I have $f : ${$−2, −1, 0, 1, 2$}$ → ${$−2, 0, 2, 6$}$, f(x) = x^2−x$

And I want to change the function domain/co-domain so that it's

a) surjective b) injective c) bijective

Now, isn't the definition as is, surjective, since given the function, all the values of the domain are within the co-domain?

Will it be injective if I remove $-1$ and $1$ from the domain?

It will be bijective if co-domain -> domain with $f^{-1}$ is true, but is the only way to achieve this by actually generating the inverse function and making sure the rules are met, or are there better ways?

  • 1
    $\begingroup$ How do you get $-2$ from the co-domain. $\endgroup$ – kingW3 Apr 3 '17 at 18:59
  • $\begingroup$ My mistake, I guess. :P $\endgroup$ – Grak Apr 3 '17 at 19:14
  • $\begingroup$ No problem,just wanted to help :) $\endgroup$ – kingW3 Apr 3 '17 at 19:37

A hint to start: put all the elements in the domain in the function $f$ so calculate for all elements in {-2, -1, 0, 1, 2} the function value. This gives the set {6, 3, 0, 0, 2}. ($f(-2) = 6$; $f(-1) = 3$;...).

a) In order for the function to be surjective, all y-values from the co-domain must have a x-value so that $y=f(x)$. We can see that no x-value in the domain exists so that $f(x)=-2$, so if we discard -2 from the co-domain, the function becomes injective. The new co-domain is {0, 2, 6}. We have $f:\{-2, -1, 0, 1, 2\}\to\{0, 2, 6\}$.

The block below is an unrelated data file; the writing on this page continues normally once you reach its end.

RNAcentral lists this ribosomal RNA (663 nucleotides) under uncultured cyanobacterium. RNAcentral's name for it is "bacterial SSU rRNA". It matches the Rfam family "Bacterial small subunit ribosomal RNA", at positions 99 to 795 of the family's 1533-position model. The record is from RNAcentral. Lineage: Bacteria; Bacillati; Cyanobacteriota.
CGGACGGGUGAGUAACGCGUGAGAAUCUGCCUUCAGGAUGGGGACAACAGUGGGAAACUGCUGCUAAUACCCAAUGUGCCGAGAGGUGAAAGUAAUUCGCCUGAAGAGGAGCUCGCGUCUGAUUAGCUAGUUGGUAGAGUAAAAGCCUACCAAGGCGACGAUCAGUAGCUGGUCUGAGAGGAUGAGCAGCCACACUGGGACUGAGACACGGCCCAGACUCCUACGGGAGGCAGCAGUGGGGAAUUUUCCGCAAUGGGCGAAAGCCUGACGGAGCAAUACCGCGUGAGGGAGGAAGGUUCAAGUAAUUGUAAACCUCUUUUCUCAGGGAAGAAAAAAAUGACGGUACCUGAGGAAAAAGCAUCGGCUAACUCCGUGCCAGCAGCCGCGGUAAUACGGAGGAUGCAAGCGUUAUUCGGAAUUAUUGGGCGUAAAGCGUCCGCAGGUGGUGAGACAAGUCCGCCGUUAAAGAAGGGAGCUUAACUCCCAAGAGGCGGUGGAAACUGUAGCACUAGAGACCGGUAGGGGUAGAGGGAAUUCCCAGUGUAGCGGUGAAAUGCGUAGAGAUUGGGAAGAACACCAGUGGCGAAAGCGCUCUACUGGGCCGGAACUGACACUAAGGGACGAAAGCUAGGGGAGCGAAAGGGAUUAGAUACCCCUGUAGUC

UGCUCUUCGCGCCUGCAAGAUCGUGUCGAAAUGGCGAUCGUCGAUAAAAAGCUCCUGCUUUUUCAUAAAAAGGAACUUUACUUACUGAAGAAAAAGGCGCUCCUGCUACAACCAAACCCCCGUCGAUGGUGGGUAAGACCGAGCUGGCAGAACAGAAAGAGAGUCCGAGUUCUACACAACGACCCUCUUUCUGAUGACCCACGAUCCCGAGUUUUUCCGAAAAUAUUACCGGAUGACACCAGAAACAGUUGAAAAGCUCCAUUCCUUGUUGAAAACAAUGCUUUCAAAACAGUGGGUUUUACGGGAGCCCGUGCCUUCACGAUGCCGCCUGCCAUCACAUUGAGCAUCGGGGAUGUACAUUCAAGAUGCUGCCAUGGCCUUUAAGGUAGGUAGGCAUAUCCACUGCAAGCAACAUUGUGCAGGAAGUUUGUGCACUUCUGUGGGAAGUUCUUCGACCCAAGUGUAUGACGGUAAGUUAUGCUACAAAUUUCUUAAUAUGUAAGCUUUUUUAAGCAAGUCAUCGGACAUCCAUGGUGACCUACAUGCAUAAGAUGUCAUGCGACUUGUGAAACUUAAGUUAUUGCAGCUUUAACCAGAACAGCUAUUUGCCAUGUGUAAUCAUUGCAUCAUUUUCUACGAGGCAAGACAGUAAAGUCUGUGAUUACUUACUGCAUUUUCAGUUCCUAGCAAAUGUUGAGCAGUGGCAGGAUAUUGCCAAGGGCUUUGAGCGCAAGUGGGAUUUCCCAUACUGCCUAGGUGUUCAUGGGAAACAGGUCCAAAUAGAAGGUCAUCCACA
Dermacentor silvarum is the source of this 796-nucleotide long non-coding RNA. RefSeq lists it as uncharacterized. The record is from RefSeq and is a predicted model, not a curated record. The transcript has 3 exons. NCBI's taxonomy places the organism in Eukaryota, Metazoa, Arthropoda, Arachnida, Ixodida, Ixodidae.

b) In order for the function to be injective, for each y-value there can be at most 1 x-value so that $f(x) = y$. We see that $f(0) = f(1)$, so we must either discard 0 or 1 from the domain to have an injective function. We get {-2, -1, 1, 2} or {-2, -1, 0, 2} for the domain. We have $f:\{-2, -1, 1, 2\}\to\{-2, 0, 2, 6\}$ or $f:\{-2, -1, 0, 2\}\to\{-2, 0, 2, 6\}$.

c) In order for the function to be bijective, it must be injective and surjective, so the bijective domain is the domain in b and the co-domain is the co-domain in a. We have $f:\{-2, -1, 1, 2\}\to\{0, 2, 6\}$ or $f:\{-2, -1, 0, 2\}\to\{0, 2, 6\}$.

Note: You might want to remove -1 from each domain, to make a surjection, injection and bijection. (This means that each element in the domain maps to an element in the co-domain, or put in other words, for each x in the domain is $f(x)$ defined.


Surjectivity means that every element in the codomain is the image of an element in the domain. As there is no element whose image is $-2$, the function is not surjective. To make the function surjective, one has to remove $-2$ from the codomain.

Notice that $f(0) = 0 = f(1)$ and $f(-1) = f(2) = 2$. Hence, the function is not injective. To make it injective, we can remove, for example, $0,-1$ from the domain (there are other possibilities here, for example $1,-1$ as you deduced correctly).

To make it bijective, we must have that it is both injective and surjective. I'm sure you can handle this yourself now.


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